I was very excited to see The Nipple Whisperer due to Denis Lavant being cast in the lead role. He is a fantastic character actor, and just last year at SXSW 2020 I’d seen him in the short film Figurant. Though I didn’t particularly enjoy Figurant Lavant was a delight to watch in it so I was very hopeful to see him again here. The Nipple Whisperer follows Lavant as he goes about his day, until he meets someone from his past that he has not seen in a long time. His former muse. It unfortunately doesn’t have enough time to explore Lavant’s character Maurice’s “power” and the film suffers for it, losing its chance for a deeper emotional connection with the audience. On the technical side it is very well shot, Fiona Braillon serves as the cinematographer. She relies on an Alexa Mini, which shows its power specifically in some of the scenes in the studio where the camera is moving. Despite these greater technical aspects, the film continually suffered from a lack of emotional connection and explanation that would allow the audience to connect with Lavant’s character on a deeper level.
SYNOPSIS: A young man is sent to “La Maca,” a prison in the middle of the Ivorian forest ruled by its inmates. As tradition goes with the rising of the red moon, he is designated by the Boss to be the new “Roman” and must tell a story to the other prisoners. Learning what fate awaits him, he begins to narrate the mystical life of the legendary outlaw named “Zama King” and has no choice but to make his story last until dawn.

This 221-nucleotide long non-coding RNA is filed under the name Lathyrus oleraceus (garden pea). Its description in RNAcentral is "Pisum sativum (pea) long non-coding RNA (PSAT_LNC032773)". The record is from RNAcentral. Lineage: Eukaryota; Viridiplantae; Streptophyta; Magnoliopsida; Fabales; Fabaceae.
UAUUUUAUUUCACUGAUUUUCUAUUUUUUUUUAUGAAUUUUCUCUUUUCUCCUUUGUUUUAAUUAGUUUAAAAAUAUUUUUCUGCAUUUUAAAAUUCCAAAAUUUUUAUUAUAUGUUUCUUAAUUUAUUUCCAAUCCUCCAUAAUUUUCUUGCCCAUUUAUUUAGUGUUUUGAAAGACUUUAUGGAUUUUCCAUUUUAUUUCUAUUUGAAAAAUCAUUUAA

Night of the Kings has been formally submitted in the category Best Foreign Language Film by Côte d’Iviore (Ivory Coast) for the Oscars.
REVIEW: A finished story is a dead man. Or so it seems in Philippe Lacôte’s sophomore feature. About a prisoner who is renamed Roman on an ominous night when the moon turns red and the title of storyteller is foisted upon him. Hinging on the words of debut performer Koné Bakary(Roman), this Scheherazade-like fable mixes reality, history, and desire.
Night of the Kings is at it’s most engaging in the prison(La Maca) as we’re witnessing Bakary engage in the act of storytelling. Holding his own against the crowd of prisoners shouting, singing, and jeering as he weaves his tale. When we shift to the images of the story being told they often lack atmosphere, tension, and propulsiveness. Things that immediately leap back into the viewer as we shift–often mid-scene back to the prison.
I found these choices to be deft and thoughtful ones. Reproposing the hypothesis: does a story belong to the storyteller or the audience? It does this all while engaging in the meaning, expectation, responsibility, and duty of telling of ‘your’ story not just as a man but as a nation. Rather than proffering answers Night of the Kings lingers on the cost of these questions.
The contemporary in prison timeline is sumptuously lit, with warm lamps and a near total absence of natural lighting until daybreak. Fabric hangs everywhere, the sets are dressed with care but not overfilled. The sound design and foley work seam together trickles of water, chirping insects, and dampened bare-feet splashing small pools of water to evoke an atmosphere that, were I able to view in a theater would assuredly be all encompassing.
Night of the Kings tells it’s story, and performs a transference of emotion. Emotion at a sense of history, a sense of loss, a hope for the future, but the agony and vigor it takes to just reach one more day. One thing is sure, I want to see more out of Philippe Lacôte as a writer/director and if he can re-team with newcomer Koné Bakary all the better.